I'm usually the one answering problems, so this feels quite strange and a little disempowering. However, my home life doesn't afford me the opportunity to speak to anyone I know. I have to be strong- sorted and organised. If I breakdown, I'm scared of the consequences. Thus, writing it out here offers me the chance of release. Do not read if you're easily bored....or confused! lol
The past couple of years have been a bit unstable and they have finally reached the time to topple. After spending many years battling with a mental illness, I went back in to studying as a mature student and chose the subject of psychology. It was close to my heart and a subject I found easy to learn.
As a single-mother, with little support, I juggled the obligations of my homelife with studying and did a good job at it. For 6 years, I sacrificed my social life and any other interests in order to keep up with the demands of my life. Oddly enough, the stress of studying, sometimes working (part-time bar job throughout a couple of years) and being a lone-parent kept my mind straight. I felt as if I was working towards something, therefore, whenever feelings of depression or loss of control occured; I could soon deflect them and focus on the future.
And then the studying stopped. I qualified as a research psychologist and started working in the same university I had studied at. I wrongly assumed that it would feel like home, that I would get further opportunities to grow in the subject I loved and ultimately, get paid to do something I was good at.
But it wasn't like that at all. Part of my job was teaching statistics and at first, I didn't think it would be a problem. I knew I would have to put in some hard graft- maths was never my best subject- and I expected to be confused and overwhelmed in the first couple of weeks. Yet as time wore on, I became aware of how much difficulty I had retaining numerical information. I would have to study the stats books for around 3 days before taking a class and even then, I would hear murmurs around the students that I didn't know what I was talking about. A couple of students complained, but after a while I managed to win them over and started to take on less of the statistical side of teaching.
However, despite finally being able to teach the subject I was being paid to teach; characteristics from my previous mental health problems started to come back. I started to feel stressed out at the slightest knock to my confidence; I felt stupid next to my colleagues and would refer to myself as the 'Inbred Cousin' of the department. I couldn't speak out when we had meetings and I couldn't bring myself to socialise with anyone outside of work, despite being invited to many parties, barbeques, etc. Other issues started to stress me out too- I would work quite a few hours from home- in one weekend, I worked 30 hours trying to get marking done- and I felt as if I was neglecting my son.
I perserved for over a year. Then after an argument, one day, with a colleague- I left.
I couldn't feel as if I could face her or there again. The argument had been heard by others in the department and as she was a popular member of staff, I felt as if I would be the one vilified for incident. She had also instigated during the argument, that other members of staff thought I was odd and couldn't do the job. I felt absolutely horrendous; pretended I was ill and went home to look for another job. I got an interview for the following day and started the new job within a few weeks.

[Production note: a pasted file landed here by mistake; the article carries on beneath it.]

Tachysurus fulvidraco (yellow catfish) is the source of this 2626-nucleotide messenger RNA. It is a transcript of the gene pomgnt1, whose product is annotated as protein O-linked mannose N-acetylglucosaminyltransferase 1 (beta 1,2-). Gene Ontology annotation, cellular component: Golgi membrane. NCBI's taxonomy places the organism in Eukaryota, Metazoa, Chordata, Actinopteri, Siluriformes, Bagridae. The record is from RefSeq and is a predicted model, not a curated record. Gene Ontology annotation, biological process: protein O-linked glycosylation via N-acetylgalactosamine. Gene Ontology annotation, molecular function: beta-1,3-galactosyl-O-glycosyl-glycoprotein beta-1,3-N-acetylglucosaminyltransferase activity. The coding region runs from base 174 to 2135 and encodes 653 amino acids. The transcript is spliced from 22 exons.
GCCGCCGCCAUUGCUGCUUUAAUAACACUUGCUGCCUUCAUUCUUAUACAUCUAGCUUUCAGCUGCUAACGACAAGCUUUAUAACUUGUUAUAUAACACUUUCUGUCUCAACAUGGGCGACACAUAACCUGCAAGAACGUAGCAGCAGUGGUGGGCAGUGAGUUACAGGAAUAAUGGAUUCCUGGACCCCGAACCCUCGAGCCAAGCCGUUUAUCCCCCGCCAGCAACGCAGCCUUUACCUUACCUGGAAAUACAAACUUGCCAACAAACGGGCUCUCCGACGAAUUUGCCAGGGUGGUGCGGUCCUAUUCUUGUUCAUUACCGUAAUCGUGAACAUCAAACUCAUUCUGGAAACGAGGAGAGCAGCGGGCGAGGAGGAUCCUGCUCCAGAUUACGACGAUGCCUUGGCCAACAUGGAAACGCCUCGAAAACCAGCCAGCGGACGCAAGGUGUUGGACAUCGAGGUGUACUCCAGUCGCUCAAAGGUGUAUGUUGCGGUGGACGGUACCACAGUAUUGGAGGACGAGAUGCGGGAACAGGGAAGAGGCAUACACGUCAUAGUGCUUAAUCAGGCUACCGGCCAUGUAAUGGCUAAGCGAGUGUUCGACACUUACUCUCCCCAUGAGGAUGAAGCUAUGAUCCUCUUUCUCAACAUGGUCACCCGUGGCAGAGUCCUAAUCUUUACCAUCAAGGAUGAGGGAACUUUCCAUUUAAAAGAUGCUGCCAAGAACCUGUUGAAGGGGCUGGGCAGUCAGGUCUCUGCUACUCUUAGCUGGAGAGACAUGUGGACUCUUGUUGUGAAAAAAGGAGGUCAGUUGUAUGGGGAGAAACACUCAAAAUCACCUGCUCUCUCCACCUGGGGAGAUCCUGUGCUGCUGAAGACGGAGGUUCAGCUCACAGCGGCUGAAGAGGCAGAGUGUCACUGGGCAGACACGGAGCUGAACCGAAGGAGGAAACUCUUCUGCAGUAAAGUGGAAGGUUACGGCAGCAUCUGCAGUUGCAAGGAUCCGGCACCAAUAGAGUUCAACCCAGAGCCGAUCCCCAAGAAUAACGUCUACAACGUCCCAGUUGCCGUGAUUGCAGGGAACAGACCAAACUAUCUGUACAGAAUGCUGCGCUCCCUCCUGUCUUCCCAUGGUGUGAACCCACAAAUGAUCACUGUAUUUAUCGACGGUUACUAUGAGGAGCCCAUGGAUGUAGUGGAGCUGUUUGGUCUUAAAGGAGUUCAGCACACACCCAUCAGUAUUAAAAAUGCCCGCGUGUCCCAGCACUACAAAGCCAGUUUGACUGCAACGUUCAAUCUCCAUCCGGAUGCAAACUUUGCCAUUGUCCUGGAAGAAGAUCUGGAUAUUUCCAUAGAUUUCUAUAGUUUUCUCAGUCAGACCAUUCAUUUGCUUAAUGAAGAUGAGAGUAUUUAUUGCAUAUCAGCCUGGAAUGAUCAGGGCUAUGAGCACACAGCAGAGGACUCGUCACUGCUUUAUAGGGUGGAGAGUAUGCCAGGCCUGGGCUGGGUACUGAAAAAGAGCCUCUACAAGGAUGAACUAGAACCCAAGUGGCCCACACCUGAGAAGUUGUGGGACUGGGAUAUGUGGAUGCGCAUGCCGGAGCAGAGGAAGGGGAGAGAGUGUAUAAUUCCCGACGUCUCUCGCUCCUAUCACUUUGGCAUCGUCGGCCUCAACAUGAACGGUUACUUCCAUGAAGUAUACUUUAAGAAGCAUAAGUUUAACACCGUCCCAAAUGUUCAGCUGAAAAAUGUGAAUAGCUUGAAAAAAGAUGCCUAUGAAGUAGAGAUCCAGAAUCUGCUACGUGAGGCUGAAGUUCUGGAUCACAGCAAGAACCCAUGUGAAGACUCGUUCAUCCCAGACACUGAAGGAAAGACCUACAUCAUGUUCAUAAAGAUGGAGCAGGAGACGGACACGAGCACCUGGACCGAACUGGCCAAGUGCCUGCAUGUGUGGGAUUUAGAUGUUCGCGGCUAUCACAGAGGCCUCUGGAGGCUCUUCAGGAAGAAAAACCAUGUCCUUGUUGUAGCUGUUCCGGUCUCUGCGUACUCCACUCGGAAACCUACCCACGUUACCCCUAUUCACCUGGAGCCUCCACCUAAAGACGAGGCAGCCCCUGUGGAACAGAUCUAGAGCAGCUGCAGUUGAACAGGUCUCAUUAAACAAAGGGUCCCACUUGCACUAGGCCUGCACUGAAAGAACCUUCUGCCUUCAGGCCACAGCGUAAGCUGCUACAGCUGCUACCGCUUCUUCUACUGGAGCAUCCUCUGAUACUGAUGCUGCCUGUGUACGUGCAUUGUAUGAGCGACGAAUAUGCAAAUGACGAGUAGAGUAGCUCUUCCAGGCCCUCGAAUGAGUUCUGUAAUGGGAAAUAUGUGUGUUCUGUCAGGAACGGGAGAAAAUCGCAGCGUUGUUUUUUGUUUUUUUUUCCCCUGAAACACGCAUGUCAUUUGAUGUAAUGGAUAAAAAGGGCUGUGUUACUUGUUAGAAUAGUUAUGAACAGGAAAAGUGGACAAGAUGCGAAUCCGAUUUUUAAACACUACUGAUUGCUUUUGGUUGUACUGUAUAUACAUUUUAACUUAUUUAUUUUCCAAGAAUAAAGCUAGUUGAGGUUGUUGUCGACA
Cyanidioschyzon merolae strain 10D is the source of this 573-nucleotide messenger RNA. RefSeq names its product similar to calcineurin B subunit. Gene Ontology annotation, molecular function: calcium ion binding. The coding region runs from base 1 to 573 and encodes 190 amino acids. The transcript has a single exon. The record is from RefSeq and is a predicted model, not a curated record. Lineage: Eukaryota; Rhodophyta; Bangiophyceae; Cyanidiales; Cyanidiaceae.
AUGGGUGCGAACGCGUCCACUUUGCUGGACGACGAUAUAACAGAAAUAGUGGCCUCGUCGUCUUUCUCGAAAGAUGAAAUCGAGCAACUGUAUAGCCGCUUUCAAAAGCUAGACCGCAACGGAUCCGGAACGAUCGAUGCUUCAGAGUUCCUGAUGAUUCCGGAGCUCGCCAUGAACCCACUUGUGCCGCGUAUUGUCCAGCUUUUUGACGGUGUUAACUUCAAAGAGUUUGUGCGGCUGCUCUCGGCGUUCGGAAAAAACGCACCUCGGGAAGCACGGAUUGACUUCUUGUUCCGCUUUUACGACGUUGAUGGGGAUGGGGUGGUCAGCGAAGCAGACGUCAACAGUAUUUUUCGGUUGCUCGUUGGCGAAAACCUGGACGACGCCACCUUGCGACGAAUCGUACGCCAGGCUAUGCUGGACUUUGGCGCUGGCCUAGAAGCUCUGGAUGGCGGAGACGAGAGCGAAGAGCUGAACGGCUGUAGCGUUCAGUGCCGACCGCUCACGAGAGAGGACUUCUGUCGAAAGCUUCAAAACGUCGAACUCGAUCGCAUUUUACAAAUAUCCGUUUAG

The new job was working with emotionally disturbed children in a small, independent school. In the interview, I was told that I would be assisting on teaching maths, but primarily I would be teaching philosophy and ethics, and religious education at GCSE level (ages 15-16; high school leavers level for readers outside of the UK). That sounded perfect! I told the manager of the school quite clearly in the interveiw that maths was NOT my best subject and that I would prefer not to teach it. He said I would fine- I would only be assisting.
However, after getting offered the job and accepting, his demands were to slowly change. He started asking me to do work for them and go in when I hadn't even started working there or getting paid for the work. Then he told me I would be teaching GCSE maths and I was sent timetables and aims & objectives for the lesson plans. When I asked about resources, I was given website addresses and a book. That was it!
Despite being aware that I had never taught this age group or at that level before, the school manager seemed to think I was adequatly prepared. The book, I got 2 days before I was due to start the job and on my first day, I was promptly asked "Do you have worksheets prepared?"
When I stated my lack of readiness and confusion at having to prepare anything for my first week, I was told not to worry about it- he would do the planning for that week and it was more important that I bonded with the children.
Bonding with the children wasn't a problem. Unlike the rest of the tutors, I'm not a middle-class academic; I come from a council estate background and grew up with similar experiences to them. I recognised the stories of prison visits to see Daddy and the tales of scoring a bag of weed from some dodgy dealer in an alleyway. I was on their level. So much so, that within a week I had students defending me against the more difficult ones and when they walked in to my class, they sat down and worked. It was noted among the other staff- I got told that I was honoured; not one student had bad-mouthed me, swore at me or kicked off in my class. I even had students leaving others classes to come in to mine.